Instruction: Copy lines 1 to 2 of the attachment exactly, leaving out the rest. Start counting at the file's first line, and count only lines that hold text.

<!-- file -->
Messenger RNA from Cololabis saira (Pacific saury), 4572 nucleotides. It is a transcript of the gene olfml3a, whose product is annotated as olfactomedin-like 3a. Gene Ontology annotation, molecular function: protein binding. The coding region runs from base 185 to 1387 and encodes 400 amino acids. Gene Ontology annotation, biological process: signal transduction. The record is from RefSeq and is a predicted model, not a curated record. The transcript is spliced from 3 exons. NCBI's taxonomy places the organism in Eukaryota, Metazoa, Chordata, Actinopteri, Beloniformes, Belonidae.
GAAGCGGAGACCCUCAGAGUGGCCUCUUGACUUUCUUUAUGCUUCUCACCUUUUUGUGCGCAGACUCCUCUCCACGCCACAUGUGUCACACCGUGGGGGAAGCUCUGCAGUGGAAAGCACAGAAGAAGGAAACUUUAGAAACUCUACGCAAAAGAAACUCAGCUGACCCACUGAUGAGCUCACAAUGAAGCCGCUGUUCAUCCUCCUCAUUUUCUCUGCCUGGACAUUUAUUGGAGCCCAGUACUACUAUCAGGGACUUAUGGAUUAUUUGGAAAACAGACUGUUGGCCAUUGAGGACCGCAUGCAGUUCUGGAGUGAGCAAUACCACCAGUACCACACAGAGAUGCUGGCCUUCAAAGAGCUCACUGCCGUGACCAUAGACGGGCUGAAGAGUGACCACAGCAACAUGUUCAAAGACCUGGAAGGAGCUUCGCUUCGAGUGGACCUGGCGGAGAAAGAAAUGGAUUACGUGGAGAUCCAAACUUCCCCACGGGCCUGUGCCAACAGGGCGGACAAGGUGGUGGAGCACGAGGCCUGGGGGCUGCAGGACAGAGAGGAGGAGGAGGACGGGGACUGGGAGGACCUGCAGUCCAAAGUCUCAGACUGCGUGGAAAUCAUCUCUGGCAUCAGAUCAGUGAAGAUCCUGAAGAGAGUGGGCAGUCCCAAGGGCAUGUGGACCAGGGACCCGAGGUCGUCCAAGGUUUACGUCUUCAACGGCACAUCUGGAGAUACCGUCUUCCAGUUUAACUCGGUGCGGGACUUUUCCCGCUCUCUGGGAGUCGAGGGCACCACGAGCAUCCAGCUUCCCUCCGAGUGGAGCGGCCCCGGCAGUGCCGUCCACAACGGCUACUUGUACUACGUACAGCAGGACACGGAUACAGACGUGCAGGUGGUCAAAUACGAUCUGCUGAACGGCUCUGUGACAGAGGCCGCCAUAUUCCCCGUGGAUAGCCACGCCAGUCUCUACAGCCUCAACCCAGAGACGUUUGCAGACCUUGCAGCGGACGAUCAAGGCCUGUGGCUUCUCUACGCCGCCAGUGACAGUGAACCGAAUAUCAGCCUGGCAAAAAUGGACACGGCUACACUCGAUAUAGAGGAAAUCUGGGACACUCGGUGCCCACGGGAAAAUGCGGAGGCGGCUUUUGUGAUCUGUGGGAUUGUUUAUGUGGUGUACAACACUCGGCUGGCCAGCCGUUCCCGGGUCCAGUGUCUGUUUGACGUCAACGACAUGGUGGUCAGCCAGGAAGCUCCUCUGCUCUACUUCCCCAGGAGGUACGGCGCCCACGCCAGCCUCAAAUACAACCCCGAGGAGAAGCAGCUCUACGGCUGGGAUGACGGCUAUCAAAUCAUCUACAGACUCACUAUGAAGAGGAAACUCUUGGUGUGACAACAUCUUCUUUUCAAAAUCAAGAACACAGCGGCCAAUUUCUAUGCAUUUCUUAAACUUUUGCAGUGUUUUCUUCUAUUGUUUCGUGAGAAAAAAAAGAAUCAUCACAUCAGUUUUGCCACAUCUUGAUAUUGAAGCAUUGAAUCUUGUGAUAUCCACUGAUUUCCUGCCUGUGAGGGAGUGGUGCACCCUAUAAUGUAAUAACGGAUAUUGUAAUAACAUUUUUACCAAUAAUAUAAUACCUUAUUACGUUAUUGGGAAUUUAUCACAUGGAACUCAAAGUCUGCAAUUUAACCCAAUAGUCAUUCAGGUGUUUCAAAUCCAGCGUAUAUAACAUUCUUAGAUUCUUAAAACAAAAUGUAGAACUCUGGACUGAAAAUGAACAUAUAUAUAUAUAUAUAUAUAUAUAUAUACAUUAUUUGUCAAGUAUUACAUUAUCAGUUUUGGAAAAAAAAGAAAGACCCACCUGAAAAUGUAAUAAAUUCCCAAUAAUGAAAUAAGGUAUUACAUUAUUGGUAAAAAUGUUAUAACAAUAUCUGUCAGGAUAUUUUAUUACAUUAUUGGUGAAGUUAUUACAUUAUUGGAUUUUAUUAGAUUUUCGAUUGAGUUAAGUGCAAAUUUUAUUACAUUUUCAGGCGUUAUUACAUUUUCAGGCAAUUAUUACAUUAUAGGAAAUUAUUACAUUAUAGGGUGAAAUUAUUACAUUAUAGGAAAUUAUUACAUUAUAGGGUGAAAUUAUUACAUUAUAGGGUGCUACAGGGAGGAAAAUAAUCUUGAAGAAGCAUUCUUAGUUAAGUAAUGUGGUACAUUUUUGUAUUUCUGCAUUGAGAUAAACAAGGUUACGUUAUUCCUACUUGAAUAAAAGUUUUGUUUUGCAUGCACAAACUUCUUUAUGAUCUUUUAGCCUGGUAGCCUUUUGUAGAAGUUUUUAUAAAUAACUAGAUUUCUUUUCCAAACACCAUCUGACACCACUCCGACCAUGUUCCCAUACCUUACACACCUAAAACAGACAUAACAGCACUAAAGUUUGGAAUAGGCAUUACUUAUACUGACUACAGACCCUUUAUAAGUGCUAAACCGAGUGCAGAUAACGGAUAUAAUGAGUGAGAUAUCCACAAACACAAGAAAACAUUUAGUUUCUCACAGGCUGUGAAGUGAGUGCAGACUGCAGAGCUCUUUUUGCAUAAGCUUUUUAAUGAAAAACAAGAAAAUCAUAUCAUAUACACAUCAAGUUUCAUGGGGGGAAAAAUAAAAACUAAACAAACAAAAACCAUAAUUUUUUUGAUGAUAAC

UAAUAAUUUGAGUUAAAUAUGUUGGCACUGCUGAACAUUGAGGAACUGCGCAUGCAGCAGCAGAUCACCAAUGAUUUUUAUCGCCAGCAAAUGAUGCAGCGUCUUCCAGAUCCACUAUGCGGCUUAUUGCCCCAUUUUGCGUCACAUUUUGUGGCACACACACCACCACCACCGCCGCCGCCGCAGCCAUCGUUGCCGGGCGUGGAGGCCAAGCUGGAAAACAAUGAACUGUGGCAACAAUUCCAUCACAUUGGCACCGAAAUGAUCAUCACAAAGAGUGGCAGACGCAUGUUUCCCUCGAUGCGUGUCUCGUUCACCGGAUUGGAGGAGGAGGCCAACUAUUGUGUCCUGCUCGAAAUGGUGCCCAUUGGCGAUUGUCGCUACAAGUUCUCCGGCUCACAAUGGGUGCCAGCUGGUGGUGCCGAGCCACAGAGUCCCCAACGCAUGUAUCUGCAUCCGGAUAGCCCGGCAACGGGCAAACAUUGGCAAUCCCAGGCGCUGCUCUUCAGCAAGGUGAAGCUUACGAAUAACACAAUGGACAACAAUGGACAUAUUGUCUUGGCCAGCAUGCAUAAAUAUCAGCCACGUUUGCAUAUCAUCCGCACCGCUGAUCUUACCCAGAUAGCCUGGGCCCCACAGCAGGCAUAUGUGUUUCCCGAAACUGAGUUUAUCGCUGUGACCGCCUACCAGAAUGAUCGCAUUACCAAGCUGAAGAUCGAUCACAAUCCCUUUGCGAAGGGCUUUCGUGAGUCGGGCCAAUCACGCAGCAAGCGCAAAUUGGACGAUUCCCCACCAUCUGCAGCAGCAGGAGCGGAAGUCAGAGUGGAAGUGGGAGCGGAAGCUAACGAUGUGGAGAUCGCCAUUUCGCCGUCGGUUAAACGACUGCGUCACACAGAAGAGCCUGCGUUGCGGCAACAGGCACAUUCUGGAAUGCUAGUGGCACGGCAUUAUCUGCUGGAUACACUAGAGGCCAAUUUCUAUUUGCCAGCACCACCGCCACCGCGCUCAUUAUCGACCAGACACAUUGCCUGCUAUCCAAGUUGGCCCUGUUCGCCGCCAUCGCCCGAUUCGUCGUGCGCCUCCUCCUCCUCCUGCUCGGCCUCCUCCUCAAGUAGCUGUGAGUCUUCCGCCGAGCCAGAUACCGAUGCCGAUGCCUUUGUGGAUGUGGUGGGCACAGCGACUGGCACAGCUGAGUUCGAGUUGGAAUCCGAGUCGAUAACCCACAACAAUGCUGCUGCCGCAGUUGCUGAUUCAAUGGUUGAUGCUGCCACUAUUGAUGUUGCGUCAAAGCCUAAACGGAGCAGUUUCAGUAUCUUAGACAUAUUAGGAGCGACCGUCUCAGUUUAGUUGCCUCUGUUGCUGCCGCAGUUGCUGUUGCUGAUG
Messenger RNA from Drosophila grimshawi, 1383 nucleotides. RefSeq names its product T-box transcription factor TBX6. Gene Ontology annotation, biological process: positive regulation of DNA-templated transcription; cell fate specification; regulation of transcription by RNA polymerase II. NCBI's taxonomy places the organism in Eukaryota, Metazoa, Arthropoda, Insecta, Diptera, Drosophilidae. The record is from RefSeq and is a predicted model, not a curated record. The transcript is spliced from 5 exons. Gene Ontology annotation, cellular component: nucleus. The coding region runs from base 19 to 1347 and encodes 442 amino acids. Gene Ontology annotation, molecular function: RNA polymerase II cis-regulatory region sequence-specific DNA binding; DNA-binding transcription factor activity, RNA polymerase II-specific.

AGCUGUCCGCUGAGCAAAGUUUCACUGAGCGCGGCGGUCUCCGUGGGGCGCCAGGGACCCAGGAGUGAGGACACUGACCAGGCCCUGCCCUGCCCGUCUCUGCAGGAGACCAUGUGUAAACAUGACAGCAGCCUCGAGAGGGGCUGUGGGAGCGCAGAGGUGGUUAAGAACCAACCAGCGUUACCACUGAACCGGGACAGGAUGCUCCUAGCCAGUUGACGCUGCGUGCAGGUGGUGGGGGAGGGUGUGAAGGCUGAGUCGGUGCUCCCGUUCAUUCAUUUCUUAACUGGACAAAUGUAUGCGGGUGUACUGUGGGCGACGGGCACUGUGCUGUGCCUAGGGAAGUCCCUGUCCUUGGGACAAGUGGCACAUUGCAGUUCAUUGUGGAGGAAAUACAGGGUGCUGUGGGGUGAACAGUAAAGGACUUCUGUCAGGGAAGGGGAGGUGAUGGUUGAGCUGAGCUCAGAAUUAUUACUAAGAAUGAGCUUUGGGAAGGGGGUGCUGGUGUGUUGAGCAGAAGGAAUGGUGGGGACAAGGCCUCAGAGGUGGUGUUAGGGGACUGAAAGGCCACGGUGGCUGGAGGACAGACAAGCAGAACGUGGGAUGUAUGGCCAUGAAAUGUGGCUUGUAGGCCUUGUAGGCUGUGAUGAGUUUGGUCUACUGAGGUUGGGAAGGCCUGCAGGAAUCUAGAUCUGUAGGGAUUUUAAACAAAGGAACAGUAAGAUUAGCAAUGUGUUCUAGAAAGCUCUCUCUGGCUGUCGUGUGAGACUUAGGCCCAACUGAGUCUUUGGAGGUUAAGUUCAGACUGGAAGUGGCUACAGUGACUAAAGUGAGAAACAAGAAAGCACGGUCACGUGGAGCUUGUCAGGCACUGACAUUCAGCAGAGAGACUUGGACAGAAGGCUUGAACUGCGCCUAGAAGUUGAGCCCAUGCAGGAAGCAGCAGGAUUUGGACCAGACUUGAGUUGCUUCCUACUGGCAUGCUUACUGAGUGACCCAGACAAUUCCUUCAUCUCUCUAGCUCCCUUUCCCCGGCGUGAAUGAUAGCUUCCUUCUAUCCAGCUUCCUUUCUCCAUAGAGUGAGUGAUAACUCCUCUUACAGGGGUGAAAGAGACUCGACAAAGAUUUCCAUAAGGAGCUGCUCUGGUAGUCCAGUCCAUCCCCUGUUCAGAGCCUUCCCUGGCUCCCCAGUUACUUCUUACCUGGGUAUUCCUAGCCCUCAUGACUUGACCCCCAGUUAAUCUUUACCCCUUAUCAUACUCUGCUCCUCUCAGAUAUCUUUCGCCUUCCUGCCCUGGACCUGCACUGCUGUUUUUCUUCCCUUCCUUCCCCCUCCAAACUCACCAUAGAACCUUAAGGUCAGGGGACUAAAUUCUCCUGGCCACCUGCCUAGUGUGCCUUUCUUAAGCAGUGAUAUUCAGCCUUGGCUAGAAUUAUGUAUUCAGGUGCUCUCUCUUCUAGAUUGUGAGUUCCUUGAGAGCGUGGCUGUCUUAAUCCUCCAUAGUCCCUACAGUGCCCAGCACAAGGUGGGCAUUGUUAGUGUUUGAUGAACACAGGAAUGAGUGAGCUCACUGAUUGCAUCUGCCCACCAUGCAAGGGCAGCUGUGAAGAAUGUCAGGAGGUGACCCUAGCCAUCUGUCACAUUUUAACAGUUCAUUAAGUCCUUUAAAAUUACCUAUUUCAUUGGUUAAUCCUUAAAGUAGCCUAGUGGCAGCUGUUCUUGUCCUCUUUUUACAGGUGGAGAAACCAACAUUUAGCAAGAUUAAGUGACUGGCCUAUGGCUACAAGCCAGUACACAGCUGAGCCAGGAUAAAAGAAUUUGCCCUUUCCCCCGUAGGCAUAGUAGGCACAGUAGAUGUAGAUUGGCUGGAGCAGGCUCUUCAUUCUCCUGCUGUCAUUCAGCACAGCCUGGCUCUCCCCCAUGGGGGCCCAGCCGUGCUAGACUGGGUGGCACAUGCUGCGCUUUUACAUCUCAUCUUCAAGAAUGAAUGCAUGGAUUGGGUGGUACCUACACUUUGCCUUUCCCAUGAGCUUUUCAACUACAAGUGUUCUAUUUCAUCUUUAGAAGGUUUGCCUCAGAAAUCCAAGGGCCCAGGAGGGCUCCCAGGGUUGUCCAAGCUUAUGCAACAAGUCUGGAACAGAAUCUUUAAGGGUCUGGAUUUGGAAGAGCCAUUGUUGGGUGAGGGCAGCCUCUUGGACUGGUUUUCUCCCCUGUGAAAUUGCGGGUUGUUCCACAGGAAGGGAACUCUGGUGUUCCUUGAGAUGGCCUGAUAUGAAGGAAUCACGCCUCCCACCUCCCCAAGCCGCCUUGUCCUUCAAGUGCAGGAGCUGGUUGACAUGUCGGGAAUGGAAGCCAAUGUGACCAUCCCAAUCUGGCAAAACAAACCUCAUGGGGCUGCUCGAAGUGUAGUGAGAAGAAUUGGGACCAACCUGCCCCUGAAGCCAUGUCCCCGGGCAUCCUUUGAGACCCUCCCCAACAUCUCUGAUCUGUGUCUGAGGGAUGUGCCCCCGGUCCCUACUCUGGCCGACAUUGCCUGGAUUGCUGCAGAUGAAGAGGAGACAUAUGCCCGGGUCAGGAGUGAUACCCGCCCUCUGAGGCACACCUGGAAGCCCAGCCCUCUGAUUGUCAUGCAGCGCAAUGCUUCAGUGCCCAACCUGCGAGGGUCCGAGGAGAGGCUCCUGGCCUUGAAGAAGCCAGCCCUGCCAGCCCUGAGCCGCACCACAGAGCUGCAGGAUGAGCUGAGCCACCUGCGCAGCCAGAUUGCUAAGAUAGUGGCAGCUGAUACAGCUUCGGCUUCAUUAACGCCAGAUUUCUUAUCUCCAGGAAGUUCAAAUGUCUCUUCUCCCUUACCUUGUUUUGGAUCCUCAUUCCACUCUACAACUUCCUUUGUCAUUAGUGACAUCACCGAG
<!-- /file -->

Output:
Messenger RNA from Cololabis saira (Pacific saury), 4572 nucleotides. It is a transcript of the gene olfml3a, whose product is annotated as olfactomedin-like 3a. Gene Ontology annotation, molecular function: protein binding. The coding region runs from base 185 to 1387 and encodes 400 amino acids. Gene Ontology annotation, biological process: signal transduction. The record is from RefSeq and is a predicted model, not a curated record. The transcript is spliced from 3 exons. NCBI's taxonomy places the organism in Eukaryota, Metazoa, Chordata, Actinopteri, Beloniformes, Belonidae.
GAAGCGGAGACCCUCAGAGUGGCCUCUUGACUUUCUUUAUGCUUCUCACCUUUUUGUGCGCAGACUCCUCUCCACGCCACAUGUGUCACACCGUGGGGGAAGCUCUGCAGUGGAAAGCACAGAAGAAGGAAACUUUAGAAACUCUACGCAAAAGAAACUCAGCUGACCCACUGAUGAGCUCACAAUGAAGCCGCUGUUCAUCCUCCUCAUUUUCUCUGCCUGGACAUUUAUUGGAGCCCAGUACUACUAUCAGGGACUUAUGGAUUAUUUGGAAAACAGACUGUUGGCCAUUGAGGACCGCAUGCAGUUCUGGAGUGAGCAAUACCACCAGUACCACACAGAGAUGCUGGCCUUCAAAGAGCUCACUGCCGUGACCAUAGACGGGCUGAAGAGUGACCACAGCAACAUGUUCAAAGACCUGGAAGGAGCUUCGCUUCGAGUGGACCUGGCGGAGAAAGAAAUGGAUUACGUGGAGAUCCAAACUUCCCCACGGGCCUGUGCCAACAGGGCGGACAAGGUGGUGGAGCACGAGGCCUGGGGGCUGCAGGACAGAGAGGAGGAGGAGGACGGGGACUGGGAGGACCUGCAGUCCAAAGUCUCAGACUGCGUGGAAAUCAUCUCUGGCAUCAGAUCAGUGAAGAUCCUGAAGAGAGUGGGCAGUCCCAAGGGCAUGUGGACCAGGGACCCGAGGUCGUCCAAGGUUUACGUCUUCAACGGCACAUCUGGAGAUACCGUCUUCCAGUUUAACUCGGUGCGGGACUUUUCCCGCUCUCUGGGAGUCGAGGGCACCACGAGCAUCCAGCUUCCCUCCGAGUGGAGCGGCCCCGGCAGUGCCGUCCACAACGGCUACUUGUACUACGUACAGCAGGACACGGAUACAGACGUGCAGGUGGUCAAAUACGAUCUGCUGAACGGCUCUGUGACAGAGGCCGCCAUAUUCCCCGUGGAUAGCCACGCCAGUCUCUACAGCCUCAACCCAGAGACGUUUGCAGACCUUGCAGCGGACGAUCAAGGCCUGUGGCUUCUCUACGCCGCCAGUGACAGUGAACCGAAUAUCAGCCUGGCAAAAAUGGACACGGCUACACUCGAUAUAGAGGAAAUCUGGGACACUCGGUGCCCACGGGAAAAUGCGGAGGCGGCUUUUGUGAUCUGUGGGAUUGUUUAUGUGGUGUACAACACUCGGCUGGCCAGCCGUUCCCGGGUCCAGUGUCUGUUUGACGUCAACGACAUGGUGGUCAGCCAGGAAGCUCCUCUGCUCUACUUCCCCAGGAGGUACGGCGCCCACGCCAGCCUCAAAUACAACCCCGAGGAGAAGCAGCUCUACGGCUGGGAUGACGGCUAUCAAAUCAUCUACAGACUCACUAUGAAGAGGAAACUCUUGGUGUGACAACAUCUUCUUUUCAAAAUCAAGAACACAGCGGCCAAUUUCUAUGCAUUUCUUAAACUUUUGCAGUGUUUUCUUCUAUUGUUUCGUGAGAAAAAAAAGAAUCAUCACAUCAGUUUUGCCACAUCUUGAUAUUGAAGCAUUGAAUCUUGUGAUAUCCACUGAUUUCCUGCCUGUGAGGGAGUGGUGCACCCUAUAAUGUAAUAACGGAUAUUGUAAUAACAUUUUUACCAAUAAUAUAAUACCUUAUUACGUUAUUGGGAAUUUAUCACAUGGAACUCAAAGUCUGCAAUUUAACCCAAUAGUCAUUCAGGUGUUUCAAAUCCAGCGUAUAUAACAUUCUUAGAUUCUUAAAACAAAAUGUAGAACUCUGGACUGAAAAUGAACAUAUAUAUAUAUAUAUAUAUAUAUAUAUACAUUAUUUGUCAAGUAUUACAUUAUCAGUUUUGGAAAAAAAAGAAAGACCCACCUGAAAAUGUAAUAAAUUCCCAAUAAUGAAAUAAGGUAUUACAUUAUUGGUAAAAAUGUUAUAACAAUAUCUGUCAGGAUAUUUUAUUACAUUAUUGGUGAAGUUAUUACAUUAUUGGAUUUUAUUAGAUUUUCGAUUGAGUUAAGUGCAAAUUUUAUUACAUUUUCAGGCGUUAUUACAUUUUCAGGCAAUUAUUACAUUAUAGGAAAUUAUUACAUUAUAGGGUGAAAUUAUUACAUUAUAGGAAAUUAUUACAUUAUAGGGUGAAAUUAUUACAUUAUAGGGUGCUACAGGGAGGAAAAUAAUCUUGAAGAAGCAUUCUUAGUUAAGUAAUGUGGUACAUUUUUGUAUUUCUGCAUUGAGAUAAACAAGGUUACGUUAUUCCUACUUGAAUAAAAGUUUUGUUUUGCAUGCACAAACUUCUUUAUGAUCUUUUAGCCUGGUAGCCUUUUGUAGAAGUUUUUAUAAAUAACUAGAUUUCUUUUCCAAACACCAUCUGACACCACUCCGACCAUGUUCCCAUACCUUACACACCUAAAACAGACAUAACAGCACUAAAGUUUGGAAUAGGCAUUACUUAUACUGACUACAGACCCUUUAUAAGUGCUAAACCGAGUGCAGAUAACGGAUAUAAUGAGUGAGAUAUCCACAAACACAAGAAAACAUUUAGUUUCUCACAGGCUGUGAAGUGAGUGCAGACUGCAGAGCUCUUUUUGCAUAAGCUUUUUAAUGAAAAACAAGAAAAUCAUAUCAUAUACACAUCAAGUUUCAUGGGGGGAAAAAUAAAAACUAAACAAACAAAAACCAUAAUUUUUUUGAUGAUAAC